|4 November 2000||NME||44/ 00|
|Issue of NME with reviews of Russell Simins live at New York Irving Plaza and the Public Places album.|
|NEW YORK IRVING PLAZA TEXT:
New York Irving Plaza
Bill Hicks’ famous measure of The Beatles’ drug intake was that they were so high they even let Ringo do a couple of tunes. Even leaving Phil Collins out of the story, the singing drummer has enjoyed a decidedly mixed press. What’s Russell Simins going to do about it? Well, the man who’s thumped Jon Spencer’s tubs to such vehement good effect over the years has filled a stage with guitarists, backing singers and percussionists displaying varying degrees of dementia. The audience is full of his mates. And he’s decided not to play drums.
Not all the time, anyway. Which for a group that seems to consist mainly of people hitting things seems sensible. For as things stand, the Russell Simins live experience isn’t the most tightly drilled affair, so when our man does retire behind the kit we’re confronted with a beat jam that fatally over-eggs on the latter in pursuit of the former. But, when out front, shaking his mane in time to the fusion of disco high-drama and trad NY scuzz rock guttersniping of ‘Public Places’, suddenly the proposal makes sense in a shouldn’t-work-but-it-does Lou Reed sings Kool & The Gang kinda way. Less blues explosion than funk reaction, if you please.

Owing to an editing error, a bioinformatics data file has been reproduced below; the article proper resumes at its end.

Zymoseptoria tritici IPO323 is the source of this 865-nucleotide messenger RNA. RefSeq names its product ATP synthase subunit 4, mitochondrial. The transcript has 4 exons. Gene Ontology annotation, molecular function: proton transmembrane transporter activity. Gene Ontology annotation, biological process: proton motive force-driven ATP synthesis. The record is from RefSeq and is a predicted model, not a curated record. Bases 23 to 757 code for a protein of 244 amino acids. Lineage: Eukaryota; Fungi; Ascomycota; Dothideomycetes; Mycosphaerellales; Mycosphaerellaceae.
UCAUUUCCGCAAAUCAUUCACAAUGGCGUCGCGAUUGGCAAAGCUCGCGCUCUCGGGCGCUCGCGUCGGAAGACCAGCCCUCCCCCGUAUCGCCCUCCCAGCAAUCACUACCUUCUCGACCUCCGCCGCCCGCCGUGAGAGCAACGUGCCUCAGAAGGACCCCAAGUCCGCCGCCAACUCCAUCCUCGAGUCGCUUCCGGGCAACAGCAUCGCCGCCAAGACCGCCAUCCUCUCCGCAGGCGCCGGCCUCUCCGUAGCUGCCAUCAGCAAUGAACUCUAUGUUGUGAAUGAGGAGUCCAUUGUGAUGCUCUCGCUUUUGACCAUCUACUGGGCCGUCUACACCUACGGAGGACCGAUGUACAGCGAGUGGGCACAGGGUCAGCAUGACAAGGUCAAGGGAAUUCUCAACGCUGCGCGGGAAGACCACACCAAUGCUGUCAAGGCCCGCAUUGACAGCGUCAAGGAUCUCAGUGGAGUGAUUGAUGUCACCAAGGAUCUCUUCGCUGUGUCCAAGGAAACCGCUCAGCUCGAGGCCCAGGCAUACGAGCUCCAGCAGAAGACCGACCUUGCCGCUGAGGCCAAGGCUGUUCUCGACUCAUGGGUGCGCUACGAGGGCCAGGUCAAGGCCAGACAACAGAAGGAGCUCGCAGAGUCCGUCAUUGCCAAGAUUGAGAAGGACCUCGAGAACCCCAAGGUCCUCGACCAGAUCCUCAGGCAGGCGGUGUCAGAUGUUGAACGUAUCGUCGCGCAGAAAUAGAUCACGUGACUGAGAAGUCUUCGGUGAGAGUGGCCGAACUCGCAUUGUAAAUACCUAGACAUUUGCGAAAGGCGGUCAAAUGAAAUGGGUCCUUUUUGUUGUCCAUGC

PUBLIC PLACES TEXT:
Everyone gets sick of their day job now and again, and even if you’ve spent eight years of your life in rock’n’roll nirvana – behind the drumkit of the spasmodically mighty Jon Spencer Blues Explosion – something can still be missing. For Russell Simins, it’s a void that only a solo album will fill.
‘Public Places’ is the showcase for his more – shall we say – mature urges. A worrying prospect? Well, let’s look at the evidence. Occasional dalliances with hip-hop, a mildly risque title track about alfresco sex, and, on ‘Jim’s Problems’, the lyric “I’m with the wrong girl/And I hate my job/I want everything that I haven’t got”. They’re all signs that Simins is undergoing one almighty mid-life crisis.
But weirdly, since Simins ditched the juvenile racket of the Bloooooze Ex-plo-shun, proper songs have just started writing themselves. And some of them are great: the rock’n’roll freakout of ‘I’m Not A Model’; the perky power-pop chug of ‘World Over’; or the swoony ‘Comfortable Place’, an acoustic ballad as raw and honest as Bob Mould.
Sure, you can spend your whole life talking about the blues. But ‘Public Places’ demonstrates the merits of broader horizons. (8)